Red Tattoo Ink: Reactions & Allergies

  • Written By Dan Hunter on January 7, 2020
    Last Updated: November 27, 2020

Red ink isn’t the most common color for tattoos, but it can make a tattoo stand out. This can come with some drawbacks, though. For example, red ink is the most common for infections and allergic reactions. 

This color tattoo is very common when getting inked if you want floral designs, such as red roses. It is, therefore, best to know as much as you can about safety and what you’re really going to be wearing on your body after getting inked.

Red Flags When Getting A Red Tattoo

Red ink contains different ingredients to standard blacks and greens. This is to get the color to really pop and not fade into your regular skin tone. Reactions most often occur because of the different ingredients that are needed to give the ink its pigment.

In addition, red ink particles have been known to migrate to the lymph nodes from tattoo sites. These molecules can cause health issues and complications with medical diagnostic testing, showing up as abnormal cells.

Red Ink Allergies

You can be forgiven to focus solely on red ink, but remember that to change the tone of other colors, red is used — the same applies to red ink. It’s also used to mix with oranges, pinks and browns.

People often find red ink tattoos appear to bleed and scab more. This is because your tattoo will probably crust over the red ink and look worse. Don’t always assume you’ve had a reaction if your tattoo scabs, as this is normal for any tattoo.

Raised, light scabbing over a red tattoo


If you can’t wear cheap jewelry, like many of us, then you’re more likely to have a reaction from red ink in a tattoo. This is because they often contain nickel, which is often the same ingredient in your jewelry, which can irritate your skin.


The key ingredient of concern is cadmium. Cadmium is what gives red tattoos the bright color, rather than a rusty color, which can be gained from iron oxide powdered into the mix.

Cadmium red (CdSe) pigment is still very much in circulation and can cause redness, inflammation, itching, and other problems.

Iron Oxide

Iron oxide is also a red pigment but is just powdered rust. While it’s not guaranteed to cause a reaction, it won’t give you a bright red tattoo. Iron oxide pigment inks, including some browns and oranges, may react to the components and magnets in an MRI scanner

Solvent Red 1

Organic red pigments, such as “solvent red 1,” cause fewer allergic and other reactions than metal-based reds.

Solvent Red 1 is thought to cause fewer issues than iron oxide and cadmium; however, it can degrade into a potential carcinogen, and so can cause cancer.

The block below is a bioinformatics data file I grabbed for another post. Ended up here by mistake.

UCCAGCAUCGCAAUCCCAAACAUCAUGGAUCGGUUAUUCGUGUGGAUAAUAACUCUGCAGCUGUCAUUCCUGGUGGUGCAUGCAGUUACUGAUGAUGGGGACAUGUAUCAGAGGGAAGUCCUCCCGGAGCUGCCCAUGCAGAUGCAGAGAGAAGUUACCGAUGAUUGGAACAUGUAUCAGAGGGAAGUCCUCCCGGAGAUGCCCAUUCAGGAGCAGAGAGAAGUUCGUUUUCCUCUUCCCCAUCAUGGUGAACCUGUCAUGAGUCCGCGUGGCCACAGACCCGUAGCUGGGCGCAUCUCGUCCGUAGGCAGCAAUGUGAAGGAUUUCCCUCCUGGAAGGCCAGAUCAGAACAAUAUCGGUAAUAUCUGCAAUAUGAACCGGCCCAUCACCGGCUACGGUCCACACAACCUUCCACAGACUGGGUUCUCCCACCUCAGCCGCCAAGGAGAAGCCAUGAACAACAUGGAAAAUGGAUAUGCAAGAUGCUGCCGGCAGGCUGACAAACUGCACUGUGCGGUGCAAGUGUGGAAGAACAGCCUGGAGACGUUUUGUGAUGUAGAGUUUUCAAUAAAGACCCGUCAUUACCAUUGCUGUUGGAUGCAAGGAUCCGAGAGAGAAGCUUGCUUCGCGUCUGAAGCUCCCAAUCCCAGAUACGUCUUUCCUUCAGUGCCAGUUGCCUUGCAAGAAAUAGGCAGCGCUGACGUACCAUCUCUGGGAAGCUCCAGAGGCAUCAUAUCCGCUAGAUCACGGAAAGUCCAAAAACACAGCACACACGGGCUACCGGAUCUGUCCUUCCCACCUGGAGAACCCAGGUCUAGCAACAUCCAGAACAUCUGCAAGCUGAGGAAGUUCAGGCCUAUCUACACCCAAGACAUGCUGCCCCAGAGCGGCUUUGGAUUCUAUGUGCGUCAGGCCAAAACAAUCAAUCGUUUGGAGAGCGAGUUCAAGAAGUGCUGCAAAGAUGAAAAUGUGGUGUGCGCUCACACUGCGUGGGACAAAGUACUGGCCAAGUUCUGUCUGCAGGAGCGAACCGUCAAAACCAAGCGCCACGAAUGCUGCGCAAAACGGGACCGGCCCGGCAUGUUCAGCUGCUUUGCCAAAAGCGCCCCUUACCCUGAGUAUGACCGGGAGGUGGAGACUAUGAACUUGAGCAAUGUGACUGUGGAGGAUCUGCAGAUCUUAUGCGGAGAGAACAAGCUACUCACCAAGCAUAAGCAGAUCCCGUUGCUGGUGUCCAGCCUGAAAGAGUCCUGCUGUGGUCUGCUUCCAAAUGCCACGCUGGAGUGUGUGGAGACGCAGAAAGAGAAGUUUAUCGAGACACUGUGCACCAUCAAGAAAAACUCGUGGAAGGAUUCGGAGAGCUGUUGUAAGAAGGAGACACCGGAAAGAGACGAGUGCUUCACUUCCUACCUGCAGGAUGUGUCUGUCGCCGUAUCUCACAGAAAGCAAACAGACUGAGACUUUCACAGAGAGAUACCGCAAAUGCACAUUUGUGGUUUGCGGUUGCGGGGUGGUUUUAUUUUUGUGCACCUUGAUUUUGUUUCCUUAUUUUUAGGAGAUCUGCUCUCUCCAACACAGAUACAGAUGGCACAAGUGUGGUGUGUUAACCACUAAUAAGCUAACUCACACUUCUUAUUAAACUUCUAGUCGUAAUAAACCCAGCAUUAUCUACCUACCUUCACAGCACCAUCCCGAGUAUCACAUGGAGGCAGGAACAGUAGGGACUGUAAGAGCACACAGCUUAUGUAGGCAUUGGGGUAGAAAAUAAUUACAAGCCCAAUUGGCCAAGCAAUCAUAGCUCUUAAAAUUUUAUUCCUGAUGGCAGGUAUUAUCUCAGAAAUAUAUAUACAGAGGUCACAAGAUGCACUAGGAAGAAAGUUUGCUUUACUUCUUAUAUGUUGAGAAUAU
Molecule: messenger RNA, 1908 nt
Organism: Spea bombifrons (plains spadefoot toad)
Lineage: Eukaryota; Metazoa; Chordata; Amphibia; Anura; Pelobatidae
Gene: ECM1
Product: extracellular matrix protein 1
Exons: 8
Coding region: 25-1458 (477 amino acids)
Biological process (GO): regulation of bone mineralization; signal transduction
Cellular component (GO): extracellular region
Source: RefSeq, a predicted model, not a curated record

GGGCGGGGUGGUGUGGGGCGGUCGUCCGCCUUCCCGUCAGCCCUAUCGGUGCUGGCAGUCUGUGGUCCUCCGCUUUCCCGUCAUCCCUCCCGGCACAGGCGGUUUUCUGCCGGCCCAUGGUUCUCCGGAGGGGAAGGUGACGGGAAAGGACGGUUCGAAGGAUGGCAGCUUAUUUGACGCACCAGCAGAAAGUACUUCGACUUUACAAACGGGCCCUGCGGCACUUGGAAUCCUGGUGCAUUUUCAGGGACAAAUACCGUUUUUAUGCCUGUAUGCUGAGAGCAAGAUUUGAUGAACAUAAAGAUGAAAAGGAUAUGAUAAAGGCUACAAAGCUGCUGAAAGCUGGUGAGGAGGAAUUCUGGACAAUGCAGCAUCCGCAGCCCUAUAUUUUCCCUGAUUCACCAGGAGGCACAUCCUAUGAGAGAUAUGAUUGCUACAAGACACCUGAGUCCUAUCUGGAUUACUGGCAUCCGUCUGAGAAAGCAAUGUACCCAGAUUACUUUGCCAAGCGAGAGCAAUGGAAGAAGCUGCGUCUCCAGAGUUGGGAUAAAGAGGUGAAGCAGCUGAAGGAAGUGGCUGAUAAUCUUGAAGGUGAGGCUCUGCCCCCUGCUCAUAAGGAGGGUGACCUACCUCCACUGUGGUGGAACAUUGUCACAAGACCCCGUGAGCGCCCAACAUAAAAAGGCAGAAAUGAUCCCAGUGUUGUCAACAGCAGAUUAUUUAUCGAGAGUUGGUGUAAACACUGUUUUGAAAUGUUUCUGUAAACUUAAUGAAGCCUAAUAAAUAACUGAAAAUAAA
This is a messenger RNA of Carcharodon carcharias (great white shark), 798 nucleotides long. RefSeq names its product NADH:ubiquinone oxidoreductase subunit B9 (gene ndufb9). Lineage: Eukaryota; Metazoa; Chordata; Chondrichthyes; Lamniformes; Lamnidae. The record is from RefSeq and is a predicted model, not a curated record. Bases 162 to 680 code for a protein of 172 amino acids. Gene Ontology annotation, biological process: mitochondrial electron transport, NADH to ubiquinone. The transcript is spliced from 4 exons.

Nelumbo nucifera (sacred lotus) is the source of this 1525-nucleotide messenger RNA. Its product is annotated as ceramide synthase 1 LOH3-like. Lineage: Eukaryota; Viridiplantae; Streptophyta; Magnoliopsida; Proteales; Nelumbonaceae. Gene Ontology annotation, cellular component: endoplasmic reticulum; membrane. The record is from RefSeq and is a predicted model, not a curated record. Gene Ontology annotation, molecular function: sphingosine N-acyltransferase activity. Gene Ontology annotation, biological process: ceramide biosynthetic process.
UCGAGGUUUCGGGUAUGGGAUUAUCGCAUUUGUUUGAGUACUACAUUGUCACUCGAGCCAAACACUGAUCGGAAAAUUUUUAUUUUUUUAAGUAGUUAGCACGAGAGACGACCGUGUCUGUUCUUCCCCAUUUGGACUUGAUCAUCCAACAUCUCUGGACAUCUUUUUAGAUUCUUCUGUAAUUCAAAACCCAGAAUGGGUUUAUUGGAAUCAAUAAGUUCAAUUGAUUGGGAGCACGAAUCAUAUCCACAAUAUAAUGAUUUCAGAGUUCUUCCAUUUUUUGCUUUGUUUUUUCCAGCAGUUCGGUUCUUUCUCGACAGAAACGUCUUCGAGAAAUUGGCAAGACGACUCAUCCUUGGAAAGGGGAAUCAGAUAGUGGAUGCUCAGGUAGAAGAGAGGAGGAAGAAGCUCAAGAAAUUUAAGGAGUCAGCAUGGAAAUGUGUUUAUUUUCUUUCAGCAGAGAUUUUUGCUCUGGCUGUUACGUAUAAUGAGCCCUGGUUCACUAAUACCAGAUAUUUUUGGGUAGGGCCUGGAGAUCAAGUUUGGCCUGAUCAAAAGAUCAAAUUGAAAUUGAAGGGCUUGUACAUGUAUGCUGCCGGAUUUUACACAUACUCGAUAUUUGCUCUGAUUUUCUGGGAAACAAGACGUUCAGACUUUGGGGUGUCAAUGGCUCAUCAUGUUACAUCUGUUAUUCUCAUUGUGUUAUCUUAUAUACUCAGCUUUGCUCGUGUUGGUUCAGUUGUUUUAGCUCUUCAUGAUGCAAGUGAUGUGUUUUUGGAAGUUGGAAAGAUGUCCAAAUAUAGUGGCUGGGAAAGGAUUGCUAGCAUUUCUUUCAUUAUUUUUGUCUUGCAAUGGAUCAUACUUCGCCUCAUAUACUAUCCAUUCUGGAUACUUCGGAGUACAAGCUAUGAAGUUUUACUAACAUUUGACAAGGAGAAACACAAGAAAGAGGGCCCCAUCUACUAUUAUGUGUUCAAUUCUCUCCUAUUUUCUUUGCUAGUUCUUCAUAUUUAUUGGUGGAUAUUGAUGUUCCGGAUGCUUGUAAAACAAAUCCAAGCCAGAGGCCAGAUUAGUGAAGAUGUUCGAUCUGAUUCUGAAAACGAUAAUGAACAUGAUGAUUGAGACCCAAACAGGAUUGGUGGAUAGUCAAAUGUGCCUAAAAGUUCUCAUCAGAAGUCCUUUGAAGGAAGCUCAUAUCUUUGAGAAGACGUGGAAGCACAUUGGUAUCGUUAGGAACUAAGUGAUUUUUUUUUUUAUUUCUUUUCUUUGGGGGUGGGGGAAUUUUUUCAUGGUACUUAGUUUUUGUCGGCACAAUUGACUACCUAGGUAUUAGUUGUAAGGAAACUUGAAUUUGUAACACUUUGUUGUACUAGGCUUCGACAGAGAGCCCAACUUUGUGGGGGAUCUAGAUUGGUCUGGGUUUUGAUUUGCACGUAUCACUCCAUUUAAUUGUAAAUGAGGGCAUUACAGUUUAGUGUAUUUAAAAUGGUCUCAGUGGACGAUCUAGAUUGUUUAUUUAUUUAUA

Tattoo fading and degradation occurs from ultraviolet light exposure or from bacteria. These organic substances can also degrade when using a laser to have a tattoo removed. 

What Does an Allergic Reaction Look Like?

Allergy symptoms can vary depending on the severity of the reaction. Some are surface and can resolve themselves in a couple of days. Just like any other type of allergic reaction, if you’re vigilant and act quickly, you should be ok. If in doubt, don’t hesitate to seek medical attention. 

Mild allergic reaction symptoms can include:

  • Itching
  • Redness rashes or bumps
  • Skin flaking
  • Swelling or fluid build-up 

More severe allergic reactions can affect the whole body. Seek medical attention if you begin to experience:

  • Intense itching or burning around the tattoo
  • Hard, bumpy tissue
  • Fever/temperature 
  • Pus or drainage oozing from the tattoo

How to Avoid a Red Ink Allergy

Patch Test

If you’re considering a red ink tattoo, ask your tattoo artist for a patch test. This is where you see the artist at least 24 hours before your existing tattoo appointment, and they’ll place a small amount of red ink on you as a dot in an inconspicuous place.

If the red dot flares up over the next 24 hours or the skin around it becomes inflamed, sore or you notice any other adverse reactions, the chances are you’ve had a minor reaction and a full red tattoo would be a bad idea.

Research the Tattoo Studio

Make sure you go to a reputable, licensed tattoo parlor as this again will decrease your chances of any complications — it’ll be insured, and the artists will be experienced.

Where possible, see if you can find images or proven previous work as well as reviews or recommendations.


Red ink is most certainly the riskiest when it comes to allergies and reactions. There are more cases of allergic reactions and negative side effects with red-pigmented inks than any other color. The risks associated are due to the ingredients of the liquid pigment in ink, often containing metals or powdered rusts. 

To reduce your risk levels, as with all tattoos, check the tattoo parlor and artists before receiving any new artwork. Check they’re qualified, trained, insured and trusted using checks and reviews.

Your tattoo artist will be able to give you a patch test before any tattoo, especially one containing red ink. This will allow you to test your tolerance and likelihood of a reaction before you get a full tattoo.

Related Tattoo Articles